Source: http://www.tenthdimension.com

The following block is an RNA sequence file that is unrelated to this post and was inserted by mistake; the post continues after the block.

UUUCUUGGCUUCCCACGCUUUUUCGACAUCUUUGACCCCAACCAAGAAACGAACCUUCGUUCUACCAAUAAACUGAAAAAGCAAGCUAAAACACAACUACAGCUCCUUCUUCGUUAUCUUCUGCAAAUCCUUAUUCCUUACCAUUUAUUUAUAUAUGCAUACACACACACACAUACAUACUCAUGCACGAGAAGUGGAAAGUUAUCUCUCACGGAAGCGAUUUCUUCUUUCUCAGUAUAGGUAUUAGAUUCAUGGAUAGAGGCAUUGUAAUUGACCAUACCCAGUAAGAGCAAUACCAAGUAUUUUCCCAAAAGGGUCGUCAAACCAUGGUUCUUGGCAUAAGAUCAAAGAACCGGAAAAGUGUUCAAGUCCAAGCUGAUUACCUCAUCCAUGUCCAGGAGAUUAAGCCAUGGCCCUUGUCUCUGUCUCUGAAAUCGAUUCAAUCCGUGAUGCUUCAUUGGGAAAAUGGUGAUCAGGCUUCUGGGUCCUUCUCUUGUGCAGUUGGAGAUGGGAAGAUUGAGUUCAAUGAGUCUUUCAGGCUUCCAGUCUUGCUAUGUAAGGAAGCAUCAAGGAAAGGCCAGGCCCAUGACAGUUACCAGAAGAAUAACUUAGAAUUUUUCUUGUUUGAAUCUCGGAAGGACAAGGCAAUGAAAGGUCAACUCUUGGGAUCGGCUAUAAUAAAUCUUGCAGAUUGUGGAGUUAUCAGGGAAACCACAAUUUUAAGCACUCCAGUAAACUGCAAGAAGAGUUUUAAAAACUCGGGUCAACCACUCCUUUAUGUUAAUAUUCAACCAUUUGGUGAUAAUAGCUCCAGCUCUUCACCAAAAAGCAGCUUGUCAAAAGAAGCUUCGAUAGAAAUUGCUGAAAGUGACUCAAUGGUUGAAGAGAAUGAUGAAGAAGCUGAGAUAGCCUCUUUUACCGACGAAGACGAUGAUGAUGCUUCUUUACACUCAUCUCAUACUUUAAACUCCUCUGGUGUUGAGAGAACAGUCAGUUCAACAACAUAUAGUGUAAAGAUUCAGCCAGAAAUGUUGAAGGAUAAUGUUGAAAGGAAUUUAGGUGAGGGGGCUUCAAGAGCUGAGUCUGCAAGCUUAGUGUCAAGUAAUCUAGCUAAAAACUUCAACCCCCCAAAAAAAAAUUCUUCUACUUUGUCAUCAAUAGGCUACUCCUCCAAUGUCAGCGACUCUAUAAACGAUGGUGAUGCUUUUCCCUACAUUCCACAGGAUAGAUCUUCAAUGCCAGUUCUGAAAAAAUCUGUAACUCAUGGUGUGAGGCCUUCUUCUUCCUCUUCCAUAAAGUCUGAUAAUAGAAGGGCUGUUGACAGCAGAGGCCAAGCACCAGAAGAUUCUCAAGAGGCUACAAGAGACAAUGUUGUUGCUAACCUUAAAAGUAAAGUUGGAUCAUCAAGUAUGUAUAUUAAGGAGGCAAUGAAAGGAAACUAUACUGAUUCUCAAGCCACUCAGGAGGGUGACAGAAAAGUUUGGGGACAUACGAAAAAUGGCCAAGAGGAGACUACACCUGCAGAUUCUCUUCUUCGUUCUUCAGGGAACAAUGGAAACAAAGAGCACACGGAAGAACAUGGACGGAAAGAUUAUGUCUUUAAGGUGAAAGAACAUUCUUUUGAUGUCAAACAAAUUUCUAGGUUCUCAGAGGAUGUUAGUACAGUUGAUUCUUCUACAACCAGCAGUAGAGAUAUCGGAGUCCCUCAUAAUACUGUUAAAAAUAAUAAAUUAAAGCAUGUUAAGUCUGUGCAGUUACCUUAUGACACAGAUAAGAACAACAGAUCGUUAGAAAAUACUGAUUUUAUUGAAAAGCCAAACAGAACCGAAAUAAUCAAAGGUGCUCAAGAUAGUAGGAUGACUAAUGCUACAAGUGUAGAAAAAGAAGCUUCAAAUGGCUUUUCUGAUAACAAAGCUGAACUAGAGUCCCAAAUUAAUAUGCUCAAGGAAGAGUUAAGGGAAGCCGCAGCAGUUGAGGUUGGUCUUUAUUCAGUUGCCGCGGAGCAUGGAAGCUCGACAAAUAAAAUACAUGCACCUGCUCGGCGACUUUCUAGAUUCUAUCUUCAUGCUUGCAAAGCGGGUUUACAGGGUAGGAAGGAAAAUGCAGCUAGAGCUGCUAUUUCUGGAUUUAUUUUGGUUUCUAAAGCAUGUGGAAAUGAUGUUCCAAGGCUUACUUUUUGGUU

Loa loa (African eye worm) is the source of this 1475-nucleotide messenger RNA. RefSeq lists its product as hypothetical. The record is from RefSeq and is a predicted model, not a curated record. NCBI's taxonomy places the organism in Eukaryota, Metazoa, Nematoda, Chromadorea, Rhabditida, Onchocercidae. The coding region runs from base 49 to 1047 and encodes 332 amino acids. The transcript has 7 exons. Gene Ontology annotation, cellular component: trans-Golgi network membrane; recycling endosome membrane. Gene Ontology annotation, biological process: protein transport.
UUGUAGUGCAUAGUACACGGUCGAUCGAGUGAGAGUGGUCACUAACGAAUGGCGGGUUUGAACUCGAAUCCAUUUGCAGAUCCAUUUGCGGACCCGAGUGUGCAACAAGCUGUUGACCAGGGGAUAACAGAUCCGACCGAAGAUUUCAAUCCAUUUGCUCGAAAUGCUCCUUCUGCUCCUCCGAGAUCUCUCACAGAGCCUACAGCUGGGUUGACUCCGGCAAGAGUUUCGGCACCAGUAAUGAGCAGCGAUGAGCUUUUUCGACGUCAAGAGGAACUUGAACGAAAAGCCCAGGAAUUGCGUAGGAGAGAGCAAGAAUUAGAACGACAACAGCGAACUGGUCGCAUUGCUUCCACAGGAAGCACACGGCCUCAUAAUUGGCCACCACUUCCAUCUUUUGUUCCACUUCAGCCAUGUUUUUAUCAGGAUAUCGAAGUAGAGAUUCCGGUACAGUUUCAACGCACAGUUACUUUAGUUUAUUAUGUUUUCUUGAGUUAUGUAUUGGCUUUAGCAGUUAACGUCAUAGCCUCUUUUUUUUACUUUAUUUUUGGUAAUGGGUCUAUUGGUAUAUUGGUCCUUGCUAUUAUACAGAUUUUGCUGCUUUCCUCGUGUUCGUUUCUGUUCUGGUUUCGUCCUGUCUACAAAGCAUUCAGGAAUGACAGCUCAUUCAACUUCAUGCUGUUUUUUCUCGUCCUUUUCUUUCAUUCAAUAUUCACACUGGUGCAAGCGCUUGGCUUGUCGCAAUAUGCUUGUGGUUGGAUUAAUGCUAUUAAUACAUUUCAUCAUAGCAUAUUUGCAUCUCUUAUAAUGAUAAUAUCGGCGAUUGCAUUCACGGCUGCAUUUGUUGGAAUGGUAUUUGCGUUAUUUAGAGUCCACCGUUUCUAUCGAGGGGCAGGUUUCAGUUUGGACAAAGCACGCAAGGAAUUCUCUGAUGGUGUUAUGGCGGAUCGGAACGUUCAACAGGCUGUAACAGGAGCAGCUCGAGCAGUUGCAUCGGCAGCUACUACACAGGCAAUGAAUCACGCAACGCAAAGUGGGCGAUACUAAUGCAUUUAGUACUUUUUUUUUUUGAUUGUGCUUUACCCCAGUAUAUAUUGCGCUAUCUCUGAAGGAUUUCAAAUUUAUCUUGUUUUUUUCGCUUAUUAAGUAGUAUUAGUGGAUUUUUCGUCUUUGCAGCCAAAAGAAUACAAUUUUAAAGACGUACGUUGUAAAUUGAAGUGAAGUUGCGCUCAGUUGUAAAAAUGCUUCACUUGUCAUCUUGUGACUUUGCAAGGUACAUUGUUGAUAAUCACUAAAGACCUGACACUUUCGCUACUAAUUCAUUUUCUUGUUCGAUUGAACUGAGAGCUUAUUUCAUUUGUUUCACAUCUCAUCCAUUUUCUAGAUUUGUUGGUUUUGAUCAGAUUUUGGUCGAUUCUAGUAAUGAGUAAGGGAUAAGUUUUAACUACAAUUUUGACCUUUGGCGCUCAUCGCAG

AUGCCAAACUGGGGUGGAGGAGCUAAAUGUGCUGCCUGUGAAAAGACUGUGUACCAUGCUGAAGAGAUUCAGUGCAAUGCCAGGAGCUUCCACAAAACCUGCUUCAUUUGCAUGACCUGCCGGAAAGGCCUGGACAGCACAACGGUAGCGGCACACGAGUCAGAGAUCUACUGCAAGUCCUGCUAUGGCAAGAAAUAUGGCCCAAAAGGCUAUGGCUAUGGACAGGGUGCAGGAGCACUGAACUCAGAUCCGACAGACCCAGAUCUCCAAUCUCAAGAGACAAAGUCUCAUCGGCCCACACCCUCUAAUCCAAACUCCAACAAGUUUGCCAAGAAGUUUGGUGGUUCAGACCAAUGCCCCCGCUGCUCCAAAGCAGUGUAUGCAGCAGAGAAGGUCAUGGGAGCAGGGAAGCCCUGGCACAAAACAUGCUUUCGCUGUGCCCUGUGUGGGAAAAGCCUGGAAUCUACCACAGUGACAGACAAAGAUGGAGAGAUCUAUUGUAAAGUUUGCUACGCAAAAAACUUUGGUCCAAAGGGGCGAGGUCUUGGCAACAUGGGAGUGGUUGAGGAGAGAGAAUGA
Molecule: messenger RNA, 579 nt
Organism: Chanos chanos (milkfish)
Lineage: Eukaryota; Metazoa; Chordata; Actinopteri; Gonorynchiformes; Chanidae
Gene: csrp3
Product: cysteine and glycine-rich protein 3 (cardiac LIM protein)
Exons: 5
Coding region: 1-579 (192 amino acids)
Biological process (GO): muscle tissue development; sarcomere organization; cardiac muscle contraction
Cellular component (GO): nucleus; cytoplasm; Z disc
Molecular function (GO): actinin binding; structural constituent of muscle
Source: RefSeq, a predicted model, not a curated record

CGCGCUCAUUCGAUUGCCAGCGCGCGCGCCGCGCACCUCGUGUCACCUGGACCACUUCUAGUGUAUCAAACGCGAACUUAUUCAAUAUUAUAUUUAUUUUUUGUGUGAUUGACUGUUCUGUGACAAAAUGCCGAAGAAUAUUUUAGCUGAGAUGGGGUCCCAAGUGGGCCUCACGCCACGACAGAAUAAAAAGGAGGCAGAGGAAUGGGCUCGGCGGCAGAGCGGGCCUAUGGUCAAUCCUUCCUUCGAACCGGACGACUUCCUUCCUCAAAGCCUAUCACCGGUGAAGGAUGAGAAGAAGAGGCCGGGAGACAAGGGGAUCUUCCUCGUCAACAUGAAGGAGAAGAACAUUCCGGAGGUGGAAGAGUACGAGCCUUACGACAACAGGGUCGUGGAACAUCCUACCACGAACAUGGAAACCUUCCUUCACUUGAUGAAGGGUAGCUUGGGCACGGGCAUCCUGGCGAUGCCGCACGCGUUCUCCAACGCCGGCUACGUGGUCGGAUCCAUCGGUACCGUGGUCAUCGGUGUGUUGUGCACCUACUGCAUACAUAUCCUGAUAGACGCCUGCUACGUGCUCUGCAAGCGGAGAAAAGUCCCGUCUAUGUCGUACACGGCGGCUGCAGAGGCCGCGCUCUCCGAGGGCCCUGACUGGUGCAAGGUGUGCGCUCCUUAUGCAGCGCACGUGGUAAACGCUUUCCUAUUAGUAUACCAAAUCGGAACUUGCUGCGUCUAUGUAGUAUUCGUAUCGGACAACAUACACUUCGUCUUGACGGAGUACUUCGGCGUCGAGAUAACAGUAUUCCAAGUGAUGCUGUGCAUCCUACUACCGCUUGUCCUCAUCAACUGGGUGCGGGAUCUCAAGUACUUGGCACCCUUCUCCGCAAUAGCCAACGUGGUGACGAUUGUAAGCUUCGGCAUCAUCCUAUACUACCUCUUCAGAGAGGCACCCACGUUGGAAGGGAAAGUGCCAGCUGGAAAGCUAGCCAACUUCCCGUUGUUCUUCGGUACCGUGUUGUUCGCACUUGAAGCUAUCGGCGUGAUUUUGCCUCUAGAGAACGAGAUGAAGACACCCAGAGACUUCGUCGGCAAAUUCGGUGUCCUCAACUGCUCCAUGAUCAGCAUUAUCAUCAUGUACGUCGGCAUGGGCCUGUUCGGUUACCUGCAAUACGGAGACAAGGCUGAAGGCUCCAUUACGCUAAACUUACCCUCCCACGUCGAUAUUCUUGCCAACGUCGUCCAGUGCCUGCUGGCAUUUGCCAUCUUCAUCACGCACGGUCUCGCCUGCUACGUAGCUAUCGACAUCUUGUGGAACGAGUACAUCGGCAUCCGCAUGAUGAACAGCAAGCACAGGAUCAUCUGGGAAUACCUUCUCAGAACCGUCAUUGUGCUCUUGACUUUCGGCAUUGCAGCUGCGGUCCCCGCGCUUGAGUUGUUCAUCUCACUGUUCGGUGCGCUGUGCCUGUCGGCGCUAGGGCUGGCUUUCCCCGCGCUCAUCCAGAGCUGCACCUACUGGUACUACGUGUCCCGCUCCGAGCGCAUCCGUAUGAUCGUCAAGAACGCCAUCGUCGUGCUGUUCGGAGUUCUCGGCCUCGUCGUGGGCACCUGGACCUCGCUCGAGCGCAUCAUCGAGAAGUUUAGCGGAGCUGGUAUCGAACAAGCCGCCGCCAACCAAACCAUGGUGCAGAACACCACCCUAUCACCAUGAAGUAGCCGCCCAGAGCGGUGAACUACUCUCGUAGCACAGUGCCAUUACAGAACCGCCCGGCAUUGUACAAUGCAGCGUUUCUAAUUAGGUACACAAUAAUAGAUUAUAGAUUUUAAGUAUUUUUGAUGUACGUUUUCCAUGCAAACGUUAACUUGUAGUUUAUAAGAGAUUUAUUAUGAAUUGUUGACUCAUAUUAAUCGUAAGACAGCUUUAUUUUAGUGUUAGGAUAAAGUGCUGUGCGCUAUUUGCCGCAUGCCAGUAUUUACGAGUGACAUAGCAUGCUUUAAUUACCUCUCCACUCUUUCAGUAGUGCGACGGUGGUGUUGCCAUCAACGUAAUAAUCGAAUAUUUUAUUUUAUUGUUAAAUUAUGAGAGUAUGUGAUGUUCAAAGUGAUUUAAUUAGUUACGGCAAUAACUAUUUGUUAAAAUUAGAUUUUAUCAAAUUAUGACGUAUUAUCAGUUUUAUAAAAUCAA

*Ani DiFranco - Falling is like this Its crazy how the entire earth is pulling the little magnet behind the fish down and the fish still manages to stay stuck to your fridge. How do things like magnets or “static charged balloons” attract or repel other materials. One theory says that objects are like people throwing basketballs at each other. Some people like to take steps forward to catch the ball while others have a tendency to step back while catching. It all depends on who is throwing and who is catching, two guys acting macho will keep stepping back so that they can throw the ball harder, further (repulsive forces) while you really don't want to chuck the ball over your girlfriends head so that she has to run back to catch it and you might just have to run forward to catch her throw. Gravity is mediated by a mass less small basketball called the ‘graviton’. Masses throw gravitons at each other and they step forward to catch it. Magnets throw photons at each other. So why does the fish magnet win and the earth lose? Well put simply there are more photons being tossed than gravitons. We don't have enough gravitons to throw. So where do all the gravitons go? No problem. Adding extra dimensions explains everything up till now. Or rather it helps work out the math. At this level everything has to be written out mathematically. So what does a dimension mean in math? To a mathematician, nothing extraordinary at all. To him a circle and a sphere really are the same thing. All the points equally far away from a central point. They call the circle a 1-sphere and an actual sphere a 2-sphere. They don’t really care much about 3-spheres or what they would look like but have more fun messing around with n-spheres (In general, an n-sphere of radius 1 is described by the equation {x Rn+1 | d(x,0) = 1}) Imagine 2 dimensional people, like the king of hearts on a playing card. For one, he can't have a digestive tract because that would split his body into half. Now suppose that his two dimensional world, the playing card exists in a 3 dimensional space. The king can interact with the higher third dimension but only the part of which exists on the surface of his world. If, for example a balloon was to go through his card he would initially see a point which expanded into a circle, reduced again to a point which would then disappear. All he knows about the balloon the is intersection, the cross section of the balloon and his card. If we were to pass through his card he would see cross sections of our internal organs as we pass through the card. That's what it feels like to be a 2 dimensional creature suspended in 3d space. Things popping in and out of space, and the only information we have about them is the portion of them that is present on our card. Eerie? Not really, we have a very similar form of existence. We happen to be 3 dimensional creatures existing in 4 dimensional space, the fourth dimension being time. The knowledge we have of the fourth dimension is only that which currently intersects with our 3d world. Could higher dimensional creatures travel back and forth in time? Perhaps, but just as the king can't leave his card and wander into the 3d space, we are trapped as well. And so as our card moves through time, the cross section that we can see ages, and like the balloon eventually pops out of existence. The abstract time dimension does not help with solving our gravity problem but it is probably the easiest understood higher dimension. A theory that attempts to solve our problem goes as follows; our universe is actually a three dimensional brane suspended on four dimensional bulk. Gravitons are the only particles that are allowed to pass through the brane into the bulk, hence the shortage of gravitons in our daily lives. So what is a brane? Well you live on a brane. The brane is like a membrane, like the thin skin that forms on your soup when it gets cold. The peel on an apple. It is part of the whole but one dimension less. The brane rests on the 4 dimensional super massively bulky, bulk (think soup/apple). Now that we can sort of grasp what is meant by extra dimensions let us look at another view of the universe. Well we need more dimensions to make the math work. So why not have normal three dimensional space with six-dimensional Calabi Yau manifolds at every point in space? Sure, but what is a Calabi Yau manifold? Lets start simple again. What is a Mobius strip? Take a long strip of paper. Twist it once from the middle and tape the edges. [See Fig. 2] Now is this two-dimensional or three (half?) dimensional? If an ant starts walking on it, it will go all around and come back to where it started. If we take two mobius strips and join them together we get a Klein bottle [See Fig. 3]. Ofcourse, it won't be real Klein bottle because they are 4 dimensional creatures and can't exist in our world. It comes close though. A real Klein bottle wouldnt have a nexus, which is the place where the bottle intersects itself giving a handle. Again Klein bottles have only one side and therefore zero volume. The water is outside the bottle. A Calabi Yau manifold is something like this [See Fig. 4]. If you were in one it would probably look like a house of mirrors. You could see yourself in front of you. If you tossed a ball at your image in front of you it would take a roller coaster ride through the manifold and hit you in the back. So why haven't you ever seen a Calabi Yau thing? Well get another ant out here. Now you and the ant are walking on a tightrope. You can only go forward or backwards (and so perceive only one dimension). The ant can go forward backwards and left or right! These other dimensions are so small that we can't feel them in our day to day activities. Calabi Yau is theorized as beginning to occur at perhaps 1/1000000000000000 of a meter. What we can do is build a 27 kilometer long, 2.6 billion pound particle accelerator and smash tiny particles together and study their remains. The English have equalized this to smashing up a grandfather clock to study its pieces. The data collected from these high energy collisions suggest that under the presence of high energies space and time are bent around each other, and not the 3+1 that we experience everyday. CERN to the world on the Large Hadron Collider: "This machine will not create a black hole that will blow up the universe." If ofcourse, we go smaller, to 1/100000000000000000000 of s the scale of a Calabi Yau manifold, classical physics breaks down entirely and we enter the quantum realm. Hassan Bukhari Faith in the Rolled One: On Quantum Indeterminacy